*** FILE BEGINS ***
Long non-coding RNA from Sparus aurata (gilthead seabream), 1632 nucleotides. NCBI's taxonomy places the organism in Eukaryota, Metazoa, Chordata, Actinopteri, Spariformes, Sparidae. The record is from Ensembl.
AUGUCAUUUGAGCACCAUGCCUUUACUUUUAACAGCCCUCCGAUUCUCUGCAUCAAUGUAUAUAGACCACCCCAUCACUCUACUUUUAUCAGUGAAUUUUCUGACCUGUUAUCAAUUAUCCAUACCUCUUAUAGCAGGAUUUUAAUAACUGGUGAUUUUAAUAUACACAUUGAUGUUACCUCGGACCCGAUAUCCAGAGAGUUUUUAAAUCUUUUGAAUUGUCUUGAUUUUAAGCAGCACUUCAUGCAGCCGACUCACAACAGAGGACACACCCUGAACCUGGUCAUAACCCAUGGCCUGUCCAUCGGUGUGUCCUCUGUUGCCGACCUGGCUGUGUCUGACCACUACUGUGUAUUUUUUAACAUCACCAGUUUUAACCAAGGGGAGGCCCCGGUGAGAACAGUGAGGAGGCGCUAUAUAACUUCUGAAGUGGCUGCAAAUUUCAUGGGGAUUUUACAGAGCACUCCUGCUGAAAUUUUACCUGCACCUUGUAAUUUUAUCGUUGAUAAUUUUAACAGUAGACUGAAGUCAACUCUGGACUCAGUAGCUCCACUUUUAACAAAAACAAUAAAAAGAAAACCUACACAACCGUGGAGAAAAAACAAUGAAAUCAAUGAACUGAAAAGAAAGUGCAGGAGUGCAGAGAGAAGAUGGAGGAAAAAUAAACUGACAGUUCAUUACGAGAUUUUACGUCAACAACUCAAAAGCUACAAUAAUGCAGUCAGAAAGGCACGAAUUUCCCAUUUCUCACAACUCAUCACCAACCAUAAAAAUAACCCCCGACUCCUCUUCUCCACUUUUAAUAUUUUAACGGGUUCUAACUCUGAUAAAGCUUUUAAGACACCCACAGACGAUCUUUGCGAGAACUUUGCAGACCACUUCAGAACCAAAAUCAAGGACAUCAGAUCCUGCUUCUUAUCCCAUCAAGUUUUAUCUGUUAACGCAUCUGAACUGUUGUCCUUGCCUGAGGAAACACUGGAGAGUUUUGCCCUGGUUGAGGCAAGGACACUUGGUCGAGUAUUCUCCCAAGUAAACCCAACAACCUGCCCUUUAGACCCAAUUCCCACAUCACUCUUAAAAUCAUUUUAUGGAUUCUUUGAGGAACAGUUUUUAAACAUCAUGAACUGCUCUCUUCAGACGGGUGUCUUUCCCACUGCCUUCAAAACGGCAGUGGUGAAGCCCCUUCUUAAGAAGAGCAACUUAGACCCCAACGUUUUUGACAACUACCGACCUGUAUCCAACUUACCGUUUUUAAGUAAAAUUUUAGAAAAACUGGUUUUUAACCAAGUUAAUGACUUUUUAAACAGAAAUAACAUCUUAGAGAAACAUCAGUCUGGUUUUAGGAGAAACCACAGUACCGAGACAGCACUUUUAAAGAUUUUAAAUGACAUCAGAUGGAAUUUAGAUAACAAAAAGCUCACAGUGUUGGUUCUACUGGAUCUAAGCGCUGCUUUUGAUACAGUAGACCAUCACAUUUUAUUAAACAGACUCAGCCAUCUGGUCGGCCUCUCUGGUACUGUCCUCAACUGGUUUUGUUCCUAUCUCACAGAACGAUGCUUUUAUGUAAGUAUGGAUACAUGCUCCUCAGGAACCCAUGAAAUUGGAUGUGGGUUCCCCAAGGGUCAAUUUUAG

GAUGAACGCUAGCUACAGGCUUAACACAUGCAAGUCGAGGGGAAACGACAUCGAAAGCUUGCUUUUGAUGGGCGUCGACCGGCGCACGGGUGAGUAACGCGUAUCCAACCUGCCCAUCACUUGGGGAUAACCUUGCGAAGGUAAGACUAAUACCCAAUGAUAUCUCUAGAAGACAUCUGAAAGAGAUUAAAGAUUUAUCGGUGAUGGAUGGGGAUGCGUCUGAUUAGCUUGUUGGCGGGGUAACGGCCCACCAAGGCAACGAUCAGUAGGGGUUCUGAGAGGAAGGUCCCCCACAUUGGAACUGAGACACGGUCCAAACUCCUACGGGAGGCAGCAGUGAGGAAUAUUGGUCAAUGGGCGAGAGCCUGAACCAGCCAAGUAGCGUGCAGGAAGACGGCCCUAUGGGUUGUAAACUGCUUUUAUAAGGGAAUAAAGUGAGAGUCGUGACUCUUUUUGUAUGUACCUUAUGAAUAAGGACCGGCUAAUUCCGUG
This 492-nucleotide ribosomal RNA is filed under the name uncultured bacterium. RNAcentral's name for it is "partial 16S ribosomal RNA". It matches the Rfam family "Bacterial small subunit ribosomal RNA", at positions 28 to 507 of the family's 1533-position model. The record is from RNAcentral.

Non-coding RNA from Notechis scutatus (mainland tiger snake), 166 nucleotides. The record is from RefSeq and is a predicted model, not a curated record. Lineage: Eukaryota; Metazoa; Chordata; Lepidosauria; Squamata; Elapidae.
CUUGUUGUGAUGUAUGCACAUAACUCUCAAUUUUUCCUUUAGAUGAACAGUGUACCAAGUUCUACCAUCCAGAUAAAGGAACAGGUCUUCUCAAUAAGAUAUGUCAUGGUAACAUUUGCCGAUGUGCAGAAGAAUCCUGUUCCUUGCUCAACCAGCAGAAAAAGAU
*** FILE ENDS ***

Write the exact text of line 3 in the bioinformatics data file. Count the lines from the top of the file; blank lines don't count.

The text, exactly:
GAUGAACGCUAGCUACAGGCUUAACACAUGCAAGUCGAGGGGAAACGACAUCGAAAGCUUGCUUUUGAUGGGCGUCGACCGGCGCACGGGUGAGUAACGCGUAUCCAACCUGCCCAUCACUUGGGGAUAACCUUGCGAAGGUAAGACUAAUACCCAAUGAUAUCUCUAGAAGACAUCUGAAAGAGAUUAAAGAUUUAUCGGUGAUGGAUGGGGAUGCGUCUGAUUAGCUUGUUGGCGGGGUAACGGCCCACCAAGGCAACGAUCAGUAGGGGUUCUGAGAGGAAGGUCCCCCACAUUGGAACUGAGACACGGUCCAAACUCCUACGGGAGGCAGCAGUGAGGAAUAUUGGUCAAUGGGCGAGAGCCUGAACCAGCCAAGUAGCGUGCAGGAAGACGGCCCUAUGGGUUGUAAACUGCUUUUAUAAGGGAAUAAAGUGAGAGUCGUGACUCUUUUUGUAUGUACCUUAUGAAUAAGGACCGGCUAAUUCCGUG